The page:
Only now I notice the rig is parked in front of a motorcycle gear shop, LOUIS Fun Company. With any luck the owner will be a customer inside buying something for his beautiful machine. Entering the store I ask the cashier if he knows who owns the sidecar rig out front.  He calls out something in German toward the back of the store.  A tall slender fortyish man with dark hair emerges from behind a stack of helmets. The cashier introduces him as Erik Haid, the sidecar owner.

 Fantastic! Erik willing shares his story of how he built this truly one of a kind rig. What good fortune, but it quickly fades once we realize our linguistic skills are not up to discussing things technical. While Erik’s English is a thousand times better than my few German phrases, we are stumbling over too many technical points. Quickly we recruit an interpreter. Thank you, Detlev Louis.

Starting with just the engine, frame and gas tank from a badly wrecked 1980 Yamaha SR500, Erik started an epic journey of building his dream sidecar rig. After removing the useless damaged parts and sections, deciding what was salvageable and what to discard, Erik spent the next seven years rebuilding with whatever parts he could source in his native Berlin from salvage yards, abandoned bikes, scavenger hunts, friend’s parts bins and neighbor’s garages. What he couldn’t find, he fabricated himself. With a limited budget of money and time, Erik applied ingenuity and creativity to meet the challenge. Very few new parts were bought. Most everything was outsourced and recycled.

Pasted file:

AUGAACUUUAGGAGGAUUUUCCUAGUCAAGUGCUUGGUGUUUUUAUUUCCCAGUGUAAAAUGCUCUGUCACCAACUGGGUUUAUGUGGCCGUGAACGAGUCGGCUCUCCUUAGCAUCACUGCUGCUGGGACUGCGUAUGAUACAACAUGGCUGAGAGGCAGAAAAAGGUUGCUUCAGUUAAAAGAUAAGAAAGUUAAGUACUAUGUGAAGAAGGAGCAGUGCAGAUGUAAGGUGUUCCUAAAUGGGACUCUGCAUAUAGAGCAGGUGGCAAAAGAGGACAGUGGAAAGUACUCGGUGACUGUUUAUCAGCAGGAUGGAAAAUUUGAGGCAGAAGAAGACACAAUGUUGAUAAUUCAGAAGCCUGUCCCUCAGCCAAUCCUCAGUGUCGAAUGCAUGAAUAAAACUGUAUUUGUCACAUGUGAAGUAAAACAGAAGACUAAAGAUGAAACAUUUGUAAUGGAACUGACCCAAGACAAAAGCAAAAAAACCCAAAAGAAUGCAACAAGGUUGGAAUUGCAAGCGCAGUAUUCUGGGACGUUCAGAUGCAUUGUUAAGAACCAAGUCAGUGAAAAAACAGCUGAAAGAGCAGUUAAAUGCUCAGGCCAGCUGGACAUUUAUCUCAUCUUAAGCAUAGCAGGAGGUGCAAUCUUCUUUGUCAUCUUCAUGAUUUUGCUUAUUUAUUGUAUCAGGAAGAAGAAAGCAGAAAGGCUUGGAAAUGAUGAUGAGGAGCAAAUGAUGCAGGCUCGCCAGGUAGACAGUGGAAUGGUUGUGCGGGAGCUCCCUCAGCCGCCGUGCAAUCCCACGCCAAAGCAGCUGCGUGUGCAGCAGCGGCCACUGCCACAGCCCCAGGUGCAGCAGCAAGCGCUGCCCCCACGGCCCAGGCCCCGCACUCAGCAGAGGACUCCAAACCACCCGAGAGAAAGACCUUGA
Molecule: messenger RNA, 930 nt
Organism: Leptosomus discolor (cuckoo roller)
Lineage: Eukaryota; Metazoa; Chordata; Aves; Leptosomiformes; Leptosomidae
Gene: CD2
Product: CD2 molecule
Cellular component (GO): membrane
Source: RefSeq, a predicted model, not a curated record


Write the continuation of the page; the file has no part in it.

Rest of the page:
The original front forks were twisted beyond repair. Searching around town, Erik found a set of forks with twin disk brakes off a Yamaha XS650. Then the headlamp, speedometer, ignition and front fender were scavenged from several different MZ BK350 bikes. Of course the many pieces from all these different manufacturers could never fit together, so Erik cut, hammered, welded and reshaped everything until they did fit. He says there was a lot of trial and error fabrication going on. He would try something, go for a test ride then rework it again until he was happy with the results. Today everything fits together seamlessly as if it came from a factory that way, just not like any other rig you have ever seen.